Date of Award
Master of Arts (MA)
Catherine M Cameron
Stephen H Lekson
In the northern Southwest, items of personal adornment were an important component of ceremonial costuming and everyday dress that can provide a wealth of information about the past. People use items of adornment to communicate information about themselves in a non-verbal manner and as a result, these items of adornment are informative of social identity, including age, gender, occupation, social status, ethnicity, social group membership, or ceremonial affiliation. In this thesis, I explore the materialization of social identity as it is communicated or symbolized through personal adornment by examining archaeological evidence from 68 sites in the Ancestral Puebloan Southwest that date between 1200 B.C and 1400 A.D. Multiple lines of evidence are used (ornaments, mortuary data, ethnographic data, and representational media) to attempt to understand and interpret personal adornment practices in the past, and assess how ornaments intersect with these social aspects. The results of this study demonstrate differences in the styles and types of ornaments in relation to age, gender, status and group membership.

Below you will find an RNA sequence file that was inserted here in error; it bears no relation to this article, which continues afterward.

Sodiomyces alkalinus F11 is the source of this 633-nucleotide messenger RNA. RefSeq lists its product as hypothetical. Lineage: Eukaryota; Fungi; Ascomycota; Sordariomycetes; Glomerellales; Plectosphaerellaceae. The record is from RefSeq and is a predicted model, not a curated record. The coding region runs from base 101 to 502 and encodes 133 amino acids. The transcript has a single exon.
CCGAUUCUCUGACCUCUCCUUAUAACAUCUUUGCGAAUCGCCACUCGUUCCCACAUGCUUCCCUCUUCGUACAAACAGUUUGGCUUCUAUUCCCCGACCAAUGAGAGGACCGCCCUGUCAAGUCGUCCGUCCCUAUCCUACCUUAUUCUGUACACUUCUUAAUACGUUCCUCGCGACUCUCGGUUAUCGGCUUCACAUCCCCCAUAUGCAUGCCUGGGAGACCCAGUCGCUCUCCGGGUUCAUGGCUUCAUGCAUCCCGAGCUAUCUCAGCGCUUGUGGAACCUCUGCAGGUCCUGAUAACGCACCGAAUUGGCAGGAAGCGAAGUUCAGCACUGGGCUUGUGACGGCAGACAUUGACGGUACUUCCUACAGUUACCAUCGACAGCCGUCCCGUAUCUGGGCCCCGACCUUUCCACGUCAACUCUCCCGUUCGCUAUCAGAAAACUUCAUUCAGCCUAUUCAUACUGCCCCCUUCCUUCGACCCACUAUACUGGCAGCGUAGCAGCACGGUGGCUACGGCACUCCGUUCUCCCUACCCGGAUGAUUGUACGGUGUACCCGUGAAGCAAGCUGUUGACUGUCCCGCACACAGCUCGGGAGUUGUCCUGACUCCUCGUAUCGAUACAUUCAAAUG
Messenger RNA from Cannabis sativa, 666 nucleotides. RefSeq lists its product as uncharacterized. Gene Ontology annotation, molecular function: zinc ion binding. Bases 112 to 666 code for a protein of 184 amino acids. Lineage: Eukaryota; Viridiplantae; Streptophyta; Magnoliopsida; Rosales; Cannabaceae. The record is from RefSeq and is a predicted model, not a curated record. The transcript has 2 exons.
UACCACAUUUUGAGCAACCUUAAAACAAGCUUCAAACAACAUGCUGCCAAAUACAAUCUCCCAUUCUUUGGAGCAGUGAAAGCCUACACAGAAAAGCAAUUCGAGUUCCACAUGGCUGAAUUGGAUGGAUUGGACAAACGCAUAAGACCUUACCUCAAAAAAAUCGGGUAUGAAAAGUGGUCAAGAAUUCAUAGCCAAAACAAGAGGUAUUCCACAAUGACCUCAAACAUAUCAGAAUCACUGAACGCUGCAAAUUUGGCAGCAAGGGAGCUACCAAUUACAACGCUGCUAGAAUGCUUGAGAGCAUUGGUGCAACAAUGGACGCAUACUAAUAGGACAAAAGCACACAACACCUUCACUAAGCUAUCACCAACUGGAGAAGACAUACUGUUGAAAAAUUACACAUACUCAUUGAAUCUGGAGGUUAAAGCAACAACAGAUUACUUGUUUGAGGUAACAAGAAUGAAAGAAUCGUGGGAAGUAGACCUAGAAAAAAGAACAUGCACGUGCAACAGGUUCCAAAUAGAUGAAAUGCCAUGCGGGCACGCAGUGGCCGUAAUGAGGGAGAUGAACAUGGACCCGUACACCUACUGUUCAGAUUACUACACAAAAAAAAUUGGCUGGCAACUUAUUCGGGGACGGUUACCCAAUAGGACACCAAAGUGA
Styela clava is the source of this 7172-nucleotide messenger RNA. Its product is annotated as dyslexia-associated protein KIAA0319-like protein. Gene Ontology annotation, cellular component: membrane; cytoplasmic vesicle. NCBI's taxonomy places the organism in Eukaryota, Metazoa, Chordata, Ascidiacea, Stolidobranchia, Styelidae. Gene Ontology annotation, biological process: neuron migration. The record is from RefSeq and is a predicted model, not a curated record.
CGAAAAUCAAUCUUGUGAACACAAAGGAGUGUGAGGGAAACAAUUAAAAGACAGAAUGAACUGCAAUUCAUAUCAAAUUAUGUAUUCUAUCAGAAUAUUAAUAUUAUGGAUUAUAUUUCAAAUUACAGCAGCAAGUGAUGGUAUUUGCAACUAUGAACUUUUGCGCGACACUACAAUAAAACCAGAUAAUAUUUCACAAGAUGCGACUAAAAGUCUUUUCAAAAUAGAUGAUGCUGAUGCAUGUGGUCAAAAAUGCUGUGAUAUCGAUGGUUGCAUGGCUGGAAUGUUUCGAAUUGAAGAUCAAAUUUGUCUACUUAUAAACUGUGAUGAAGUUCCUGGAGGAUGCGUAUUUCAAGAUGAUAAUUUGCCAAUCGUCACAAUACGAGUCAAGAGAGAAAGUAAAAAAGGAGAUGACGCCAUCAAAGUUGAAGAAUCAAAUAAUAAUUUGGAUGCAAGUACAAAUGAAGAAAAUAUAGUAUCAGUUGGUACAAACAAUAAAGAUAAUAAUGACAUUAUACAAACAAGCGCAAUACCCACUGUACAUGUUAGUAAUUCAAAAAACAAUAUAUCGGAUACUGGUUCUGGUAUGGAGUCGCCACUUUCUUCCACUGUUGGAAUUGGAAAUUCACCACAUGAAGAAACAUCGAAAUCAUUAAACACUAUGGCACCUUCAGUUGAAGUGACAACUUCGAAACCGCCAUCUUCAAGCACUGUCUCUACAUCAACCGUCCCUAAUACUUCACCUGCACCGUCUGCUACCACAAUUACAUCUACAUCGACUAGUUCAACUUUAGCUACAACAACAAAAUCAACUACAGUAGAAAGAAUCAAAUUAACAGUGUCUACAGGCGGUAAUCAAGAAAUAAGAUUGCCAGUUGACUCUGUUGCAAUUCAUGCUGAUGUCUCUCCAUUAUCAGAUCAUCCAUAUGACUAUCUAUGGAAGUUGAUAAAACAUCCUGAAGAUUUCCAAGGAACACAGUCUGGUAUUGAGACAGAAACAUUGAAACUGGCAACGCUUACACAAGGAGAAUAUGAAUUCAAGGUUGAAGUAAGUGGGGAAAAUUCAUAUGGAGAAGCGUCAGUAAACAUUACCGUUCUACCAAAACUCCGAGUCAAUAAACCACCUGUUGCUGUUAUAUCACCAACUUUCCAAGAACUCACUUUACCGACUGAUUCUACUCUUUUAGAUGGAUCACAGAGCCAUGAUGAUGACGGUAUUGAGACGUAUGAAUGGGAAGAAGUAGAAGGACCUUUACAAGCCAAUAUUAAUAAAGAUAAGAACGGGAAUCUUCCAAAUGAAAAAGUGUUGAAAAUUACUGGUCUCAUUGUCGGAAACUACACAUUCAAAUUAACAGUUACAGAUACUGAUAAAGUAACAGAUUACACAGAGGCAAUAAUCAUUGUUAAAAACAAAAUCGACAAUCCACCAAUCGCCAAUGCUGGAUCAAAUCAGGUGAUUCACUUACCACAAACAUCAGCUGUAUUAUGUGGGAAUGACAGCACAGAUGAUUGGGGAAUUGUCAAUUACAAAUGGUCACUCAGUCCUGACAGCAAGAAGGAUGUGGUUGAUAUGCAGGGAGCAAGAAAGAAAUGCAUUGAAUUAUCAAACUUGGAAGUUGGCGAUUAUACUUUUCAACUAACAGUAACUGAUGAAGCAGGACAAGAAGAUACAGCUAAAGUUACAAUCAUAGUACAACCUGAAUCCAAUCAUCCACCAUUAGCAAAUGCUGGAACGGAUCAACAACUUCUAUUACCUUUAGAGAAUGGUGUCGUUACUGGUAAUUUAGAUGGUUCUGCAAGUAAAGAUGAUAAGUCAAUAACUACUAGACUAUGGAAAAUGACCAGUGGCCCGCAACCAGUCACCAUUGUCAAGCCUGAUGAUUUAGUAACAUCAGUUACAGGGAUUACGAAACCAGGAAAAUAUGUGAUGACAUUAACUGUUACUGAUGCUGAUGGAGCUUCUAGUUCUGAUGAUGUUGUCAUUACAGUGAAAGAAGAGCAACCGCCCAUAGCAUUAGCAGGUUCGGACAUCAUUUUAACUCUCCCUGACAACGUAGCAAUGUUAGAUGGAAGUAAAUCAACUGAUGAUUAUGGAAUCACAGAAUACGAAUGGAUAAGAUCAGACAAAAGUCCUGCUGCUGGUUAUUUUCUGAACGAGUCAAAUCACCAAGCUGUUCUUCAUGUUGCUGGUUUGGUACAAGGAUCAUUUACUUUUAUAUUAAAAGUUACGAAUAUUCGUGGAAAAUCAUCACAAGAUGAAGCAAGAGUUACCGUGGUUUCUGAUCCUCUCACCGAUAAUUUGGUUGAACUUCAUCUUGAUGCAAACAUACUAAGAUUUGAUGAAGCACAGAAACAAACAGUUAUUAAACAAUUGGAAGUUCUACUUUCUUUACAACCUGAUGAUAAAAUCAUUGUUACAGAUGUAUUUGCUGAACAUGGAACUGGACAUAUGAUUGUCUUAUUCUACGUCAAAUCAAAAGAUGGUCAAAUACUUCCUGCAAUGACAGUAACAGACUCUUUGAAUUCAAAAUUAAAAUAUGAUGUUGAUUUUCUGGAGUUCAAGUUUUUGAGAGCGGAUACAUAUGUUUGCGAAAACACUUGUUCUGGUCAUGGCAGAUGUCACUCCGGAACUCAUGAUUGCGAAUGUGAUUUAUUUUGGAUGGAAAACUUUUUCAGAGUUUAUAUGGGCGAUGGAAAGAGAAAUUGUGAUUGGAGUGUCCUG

Barnes, Zonna, "Social Identity and Ornamentation in the Ancestral Puebloan Southwest: Basketmaker II to Pueblo IV" (2010). Anthropology Graduate Theses & Dissertations. 4.